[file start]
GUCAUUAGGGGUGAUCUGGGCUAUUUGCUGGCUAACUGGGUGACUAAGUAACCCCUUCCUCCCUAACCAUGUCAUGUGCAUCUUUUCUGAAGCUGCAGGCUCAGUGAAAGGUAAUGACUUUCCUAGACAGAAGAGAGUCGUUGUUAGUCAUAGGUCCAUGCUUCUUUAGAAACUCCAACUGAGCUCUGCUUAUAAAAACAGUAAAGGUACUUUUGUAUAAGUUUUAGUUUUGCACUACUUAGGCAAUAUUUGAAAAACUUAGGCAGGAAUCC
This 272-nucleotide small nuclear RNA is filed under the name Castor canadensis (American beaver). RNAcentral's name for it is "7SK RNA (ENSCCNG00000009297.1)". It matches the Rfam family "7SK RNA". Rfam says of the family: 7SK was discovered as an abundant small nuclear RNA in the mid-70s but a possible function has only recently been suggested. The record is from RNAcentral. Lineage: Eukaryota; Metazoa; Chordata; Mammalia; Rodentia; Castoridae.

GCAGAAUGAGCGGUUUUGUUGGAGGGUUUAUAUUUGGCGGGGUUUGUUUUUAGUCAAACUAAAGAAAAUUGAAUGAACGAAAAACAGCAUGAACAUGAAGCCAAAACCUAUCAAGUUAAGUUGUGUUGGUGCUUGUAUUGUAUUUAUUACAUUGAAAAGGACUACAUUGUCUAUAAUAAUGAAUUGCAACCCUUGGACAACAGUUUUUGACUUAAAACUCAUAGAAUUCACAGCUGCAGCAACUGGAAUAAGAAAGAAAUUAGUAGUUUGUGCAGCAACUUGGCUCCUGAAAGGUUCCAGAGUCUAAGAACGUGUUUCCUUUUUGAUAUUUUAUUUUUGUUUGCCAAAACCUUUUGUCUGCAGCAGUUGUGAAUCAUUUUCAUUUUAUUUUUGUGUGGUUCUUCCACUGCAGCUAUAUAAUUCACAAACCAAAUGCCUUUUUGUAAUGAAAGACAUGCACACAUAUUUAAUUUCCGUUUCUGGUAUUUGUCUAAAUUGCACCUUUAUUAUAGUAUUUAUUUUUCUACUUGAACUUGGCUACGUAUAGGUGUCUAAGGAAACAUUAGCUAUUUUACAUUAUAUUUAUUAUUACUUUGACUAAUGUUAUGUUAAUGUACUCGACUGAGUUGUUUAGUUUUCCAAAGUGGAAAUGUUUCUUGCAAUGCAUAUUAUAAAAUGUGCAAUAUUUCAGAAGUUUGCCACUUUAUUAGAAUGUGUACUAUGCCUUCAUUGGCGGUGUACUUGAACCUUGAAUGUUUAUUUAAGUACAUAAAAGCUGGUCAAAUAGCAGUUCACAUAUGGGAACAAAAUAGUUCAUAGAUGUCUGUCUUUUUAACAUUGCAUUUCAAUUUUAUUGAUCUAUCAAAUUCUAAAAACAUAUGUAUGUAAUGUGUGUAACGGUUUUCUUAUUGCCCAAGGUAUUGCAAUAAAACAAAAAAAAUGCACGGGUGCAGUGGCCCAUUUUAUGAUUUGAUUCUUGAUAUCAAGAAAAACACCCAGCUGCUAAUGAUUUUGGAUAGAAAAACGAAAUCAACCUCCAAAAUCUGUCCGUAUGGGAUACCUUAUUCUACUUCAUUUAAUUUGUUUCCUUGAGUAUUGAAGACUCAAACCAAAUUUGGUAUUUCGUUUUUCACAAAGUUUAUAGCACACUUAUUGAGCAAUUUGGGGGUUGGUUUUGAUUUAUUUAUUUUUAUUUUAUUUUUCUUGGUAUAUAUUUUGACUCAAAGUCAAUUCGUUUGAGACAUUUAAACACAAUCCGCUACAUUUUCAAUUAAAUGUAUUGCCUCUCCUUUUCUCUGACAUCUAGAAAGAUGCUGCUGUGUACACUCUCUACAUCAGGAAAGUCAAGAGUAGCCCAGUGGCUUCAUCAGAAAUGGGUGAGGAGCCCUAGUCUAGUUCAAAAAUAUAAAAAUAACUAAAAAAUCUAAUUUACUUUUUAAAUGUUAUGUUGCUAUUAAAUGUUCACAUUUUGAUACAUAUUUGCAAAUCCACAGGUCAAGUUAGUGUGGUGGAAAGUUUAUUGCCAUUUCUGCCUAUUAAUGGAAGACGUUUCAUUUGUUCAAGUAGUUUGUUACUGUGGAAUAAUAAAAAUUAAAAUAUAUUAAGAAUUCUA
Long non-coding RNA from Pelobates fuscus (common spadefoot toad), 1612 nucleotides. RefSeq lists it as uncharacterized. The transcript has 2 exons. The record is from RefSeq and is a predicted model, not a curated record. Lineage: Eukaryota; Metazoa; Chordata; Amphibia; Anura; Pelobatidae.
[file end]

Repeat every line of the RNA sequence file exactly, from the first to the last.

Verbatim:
GUCAUUAGGGGUGAUCUGGGCUAUUUGCUGGCUAACUGGGUGACUAAGUAACCCCUUCCUCCCUAACCAUGUCAUGUGCAUCUUUUCUGAAGCUGCAGGCUCAGUGAAAGGUAAUGACUUUCCUAGACAGAAGAGAGUCGUUGUUAGUCAUAGGUCCAUGCUUCUUUAGAAACUCCAACUGAGCUCUGCUUAUAAAAACAGUAAAGGUACUUUUGUAUAAGUUUUAGUUUUGCACUACUUAGGCAAUAUUUGAAAAACUUAGGCAGGAAUCC
This 272-nucleotide small nuclear RNA is filed under the name Castor canadensis (American beaver). RNAcentral's name for it is "7SK RNA (ENSCCNG00000009297.1)". It matches the Rfam family "7SK RNA". Rfam says of the family: 7SK was discovered as an abundant small nuclear RNA in the mid-70s but a possible function has only recently been suggested. The record is from RNAcentral. Lineage: Eukaryota; Metazoa; Chordata; Mammalia; Rodentia; Castoridae.

GCAGAAUGAGCGGUUUUGUUGGAGGGUUUAUAUUUGGCGGGGUUUGUUUUUAGUCAAACUAAAGAAAAUUGAAUGAACGAAAAACAGCAUGAACAUGAAGCCAAAACCUAUCAAGUUAAGUUGUGUUGGUGCUUGUAUUGUAUUUAUUACAUUGAAAAGGACUACAUUGUCUAUAAUAAUGAAUUGCAACCCUUGGACAACAGUUUUUGACUUAAAACUCAUAGAAUUCACAGCUGCAGCAACUGGAAUAAGAAAGAAAUUAGUAGUUUGUGCAGCAACUUGGCUCCUGAAAGGUUCCAGAGUCUAAGAACGUGUUUCCUUUUUGAUAUUUUAUUUUUGUUUGCCAAAACCUUUUGUCUGCAGCAGUUGUGAAUCAUUUUCAUUUUAUUUUUGUGUGGUUCUUCCACUGCAGCUAUAUAAUUCACAAACCAAAUGCCUUUUUGUAAUGAAAGACAUGCACACAUAUUUAAUUUCCGUUUCUGGUAUUUGUCUAAAUUGCACCUUUAUUAUAGUAUUUAUUUUUCUACUUGAACUUGGCUACGUAUAGGUGUCUAAGGAAACAUUAGCUAUUUUACAUUAUAUUUAUUAUUACUUUGACUAAUGUUAUGUUAAUGUACUCGACUGAGUUGUUUAGUUUUCCAAAGUGGAAAUGUUUCUUGCAAUGCAUAUUAUAAAAUGUGCAAUAUUUCAGAAGUUUGCCACUUUAUUAGAAUGUGUACUAUGCCUUCAUUGGCGGUGUACUUGAACCUUGAAUGUUUAUUUAAGUACAUAAAAGCUGGUCAAAUAGCAGUUCACAUAUGGGAACAAAAUAGUUCAUAGAUGUCUGUCUUUUUAACAUUGCAUUUCAAUUUUAUUGAUCUAUCAAAUUCUAAAAACAUAUGUAUGUAAUGUGUGUAACGGUUUUCUUAUUGCCCAAGGUAUUGCAAUAAAACAAAAAAAAUGCACGGGUGCAGUGGCCCAUUUUAUGAUUUGAUUCUUGAUAUCAAGAAAAACACCCAGCUGCUAAUGAUUUUGGAUAGAAAAACGAAAUCAACCUCCAAAAUCUGUCCGUAUGGGAUACCUUAUUCUACUUCAUUUAAUUUGUUUCCUUGAGUAUUGAAGACUCAAACCAAAUUUGGUAUUUCGUUUUUCACAAAGUUUAUAGCACACUUAUUGAGCAAUUUGGGGGUUGGUUUUGAUUUAUUUAUUUUUAUUUUAUUUUUCUUGGUAUAUAUUUUGACUCAAAGUCAAUUCGUUUGAGACAUUUAAACACAAUCCGCUACAUUUUCAAUUAAAUGUAUUGCCUCUCCUUUUCUCUGACAUCUAGAAAGAUGCUGCUGUGUACACUCUCUACAUCAGGAAAGUCAAGAGUAGCCCAGUGGCUUCAUCAGAAAUGGGUGAGGAGCCCUAGUCUAGUUCAAAAAUAUAAAAAUAACUAAAAAAUCUAAUUUACUUUUUAAAUGUUAUGUUGCUAUUAAAUGUUCACAUUUUGAUACAUAUUUGCAAAUCCACAGGUCAAGUUAGUGUGGUGGAAAGUUUAUUGCCAUUUCUGCCUAUUAAUGGAAGACGUUUCAUUUGUUCAAGUAGUUUGUUACUGUGGAAUAAUAAAAAUUAAAAUAUAUUAAGAAUUCUA
Long non-coding RNA from Pelobates fuscus (common spadefoot toad), 1612 nucleotides. RefSeq lists it as uncharacterized. The transcript has 2 exons. The record is from RefSeq and is a predicted model, not a curated record. Lineage: Eukaryota; Metazoa; Chordata; Amphibia; Anura; Pelobatidae.